STATEMENT FROM LORD COE
Statements from Lord Coe via London 2012 office.
12 October 2007
Thank you for your note to Seb. We passed it on to him, since you expressly asked for this request to be seen personally by him, and described it as a matter of urgency.
However, as we discussed on the phone, interview requests for Seb in his role as Fifa Ethics Committee Chairman should go via Fifa.
Seb's view is that, as the Ethics Committee is holding its plenary meeting in December, conducting a television interview - his first - beforehand would not be appropriate.
Discussions around changing the bidding rules are scheduled to take place after Panorama goes to air, and he does not want to pre-empt any decisions the Ethics Committee will make in December.
19 October 2007
The Ethics Committee holds a plenary meeting at least once a year. This year's meeting will take place in December.
As I made clear when I took on the role of Chairman of the Ethics Committee, it will hear cases in private, and, for that reason, I am not able to give you any further details of the cases we are discussing or have discussed.
In the last year, I have looked at the working structures of the Fifa Ethics Committee, and some procedural matters.
I have also reviewed a number of issues, and these will be discussed at the meeting in December.
As I am sure you appreciate, it would not be appropriate for me to give details to a television programme before the meeting takes place.
I took on the Ethics Committee role because I am a long-standing, passionate football fan, and I believe I have an opportunity to make a difference and influence the governance of a sport which has millions of fans around the world.
If I did not think I could do this, I would not have taken on the role, and the work I have done in the past year - the first of an eight year term - in directing the working structures for the Fifa Ethics Committee gives me great confidence that I can achieve what I set out to do.
STATEMENT FROM FIFA
17 October 2007
In the case of Fifa v MasterCard, no legally binding decision was taken. The US Court of Appeals issued a judgement, dated 25 May 2007, in which it remanded the case to the lower court thus vacating the original verdict.
Subsequently, Fifa and MasterCard reached an out of court settlement resolving the contract dispute with both parties also agreeing to terminate legal proceedings in the US and Switzerland.
The nomination of Jerome Valcke to the post of the Fifa General Secretary was done in accordance with the FIFA Statutes.
With respect to Fifa Vice-President Jack A Warner. The matter in relation with the Trinidad & Tobago FA is an issue for the national football association, thus a national issue, which Fifa does not get involved with.
STATEMENT OF DR JOSEPH MIFSUD
22 October 2007
Thank you for your email of the 21st September 2007, regarding a report on the possibility of an English bid to Fifa to host the 2018 World Cup on the programme Panorama and which by an email of the 19th October 2007 you informed me that this programme is scheduled for today.
I kindly wish to inform you that the affairs of the Malta FA are none of your business.
Furthermore, most of the facts mentioned in your fax of 21 September 2007 are wrong.
19 October 2007
Panorama's letters to Jack Warner and Chuck Blazer asking whether England can expect Fair Play in a potential bid to host World Cup 2018 are truly curious given that Warner and Blazer are the only two remaining members of the Fifa Executive Committee of the original five that voted for England's previous World Cup bid (for 2006).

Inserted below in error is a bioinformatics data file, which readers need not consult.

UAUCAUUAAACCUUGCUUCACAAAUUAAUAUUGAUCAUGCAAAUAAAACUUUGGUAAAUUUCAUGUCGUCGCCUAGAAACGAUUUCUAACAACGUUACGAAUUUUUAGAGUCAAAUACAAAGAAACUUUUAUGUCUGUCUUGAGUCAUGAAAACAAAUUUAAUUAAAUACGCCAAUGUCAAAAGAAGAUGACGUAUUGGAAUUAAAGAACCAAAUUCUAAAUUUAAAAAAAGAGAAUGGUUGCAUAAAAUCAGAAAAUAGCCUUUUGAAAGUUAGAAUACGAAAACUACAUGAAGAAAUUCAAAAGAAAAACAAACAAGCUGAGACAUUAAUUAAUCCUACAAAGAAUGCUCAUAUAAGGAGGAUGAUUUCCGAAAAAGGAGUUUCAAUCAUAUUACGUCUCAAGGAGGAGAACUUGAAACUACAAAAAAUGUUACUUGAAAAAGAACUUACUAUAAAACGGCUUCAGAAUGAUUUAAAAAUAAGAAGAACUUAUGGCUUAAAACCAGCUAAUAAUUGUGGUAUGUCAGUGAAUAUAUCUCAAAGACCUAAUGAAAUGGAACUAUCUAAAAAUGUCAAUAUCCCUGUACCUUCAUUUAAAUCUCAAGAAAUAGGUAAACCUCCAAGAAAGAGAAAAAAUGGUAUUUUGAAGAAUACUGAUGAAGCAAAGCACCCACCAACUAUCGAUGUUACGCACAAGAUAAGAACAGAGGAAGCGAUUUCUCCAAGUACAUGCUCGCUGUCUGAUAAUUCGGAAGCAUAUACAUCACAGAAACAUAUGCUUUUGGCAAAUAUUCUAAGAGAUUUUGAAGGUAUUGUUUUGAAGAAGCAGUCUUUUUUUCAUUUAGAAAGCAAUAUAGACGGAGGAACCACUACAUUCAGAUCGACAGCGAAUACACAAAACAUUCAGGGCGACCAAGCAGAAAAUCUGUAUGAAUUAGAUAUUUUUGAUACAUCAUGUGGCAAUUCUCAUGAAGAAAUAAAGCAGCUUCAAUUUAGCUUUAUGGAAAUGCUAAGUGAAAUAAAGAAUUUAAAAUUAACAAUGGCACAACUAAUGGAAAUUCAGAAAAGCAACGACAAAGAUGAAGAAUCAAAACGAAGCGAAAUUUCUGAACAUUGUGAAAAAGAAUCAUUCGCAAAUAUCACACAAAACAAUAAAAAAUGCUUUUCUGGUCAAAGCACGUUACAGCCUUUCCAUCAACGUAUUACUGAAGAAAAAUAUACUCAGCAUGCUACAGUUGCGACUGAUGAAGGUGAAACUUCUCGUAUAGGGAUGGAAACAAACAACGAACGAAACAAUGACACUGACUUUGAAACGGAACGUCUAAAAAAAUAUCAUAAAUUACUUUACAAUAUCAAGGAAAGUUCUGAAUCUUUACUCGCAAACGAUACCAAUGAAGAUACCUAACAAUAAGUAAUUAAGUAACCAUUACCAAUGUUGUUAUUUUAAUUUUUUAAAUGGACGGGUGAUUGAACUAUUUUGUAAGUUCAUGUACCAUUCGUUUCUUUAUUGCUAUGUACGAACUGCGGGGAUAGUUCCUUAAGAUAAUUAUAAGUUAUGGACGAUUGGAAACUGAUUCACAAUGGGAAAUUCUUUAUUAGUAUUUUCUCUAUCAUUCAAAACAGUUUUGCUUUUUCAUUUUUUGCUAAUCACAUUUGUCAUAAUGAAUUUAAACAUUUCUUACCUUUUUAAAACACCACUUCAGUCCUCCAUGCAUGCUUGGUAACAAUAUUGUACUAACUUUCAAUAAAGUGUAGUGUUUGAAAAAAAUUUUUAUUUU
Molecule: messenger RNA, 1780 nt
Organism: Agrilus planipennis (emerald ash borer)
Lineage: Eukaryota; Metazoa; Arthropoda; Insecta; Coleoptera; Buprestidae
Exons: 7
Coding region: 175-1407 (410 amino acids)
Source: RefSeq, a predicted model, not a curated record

The other three, Charlie Dempsey (New Zealand with Scottish birth), David Will (Fifa Vice President from the British Associations) and Isaac Sasso Sasso (Costa Rica, also from CONCACAF) no longer sit on the decision making body.
Dempsey left shortly after his refusal to vote in the round following England's elimination for 2006, while Will and Sasso retired from the Fifa body this year.
Certainly, if anyone personifies fair play towards England, Warner and Blazer, who supported England's 2006 bid and in doing so stood against the 19 other members opposed, are the ones.
Panorama might have asked instead, will it be Fair Play if CONCACAF, the Confederation next in sequence for rotation of World Cup hosts, is denied the right for one of its members to host 2018 in favour of another system instigated by the desire of others to overturn a policy intended to establish fairness?
STATEMENT OF ENGLISH FA
19 October 2007
The FA re-invests approximately £60 million annually back in to football. Since 2000 we have spent around £500,000-£600,000 a year on our international development and assistance programme, with projects in Africa, Asia, Oceania, South America and CONCACAF.
On average each confederation benefits from three workshops per year, ranging from coaching and refereeing courses to tournament organisation and stadium security seminars.
The decision to de-nominate John McBeth as the Four Nations representative on the Fifa Executive Committee was taken collectively by the Four "home" nations. This decision was not taken in isolation by The FA.
Under Fifa statute 32.3 it makes clear that only the Fifa president may propose the appointment or dismissal of the general secretary.
Geoff Thompson was one individual member of the Fifa 24-person Executive Committee which as a committee formally approved the appointment.
We are fully confident Fifa will ensure there is "fair play" with the bidding process for the 2018 World Cup. However, The FA has yet declare if we will be making any such bid.
STATEMENT OF RICHARD CABORN MP
15 October 2007
Should the Fifa Executive Committee agree to a process which allows England to make a bid for 2018 and if the Football Association then decide to make a bid, Richard Caborn [2018 bid ambassador] is completely confident that we can expect fair play from Fifa.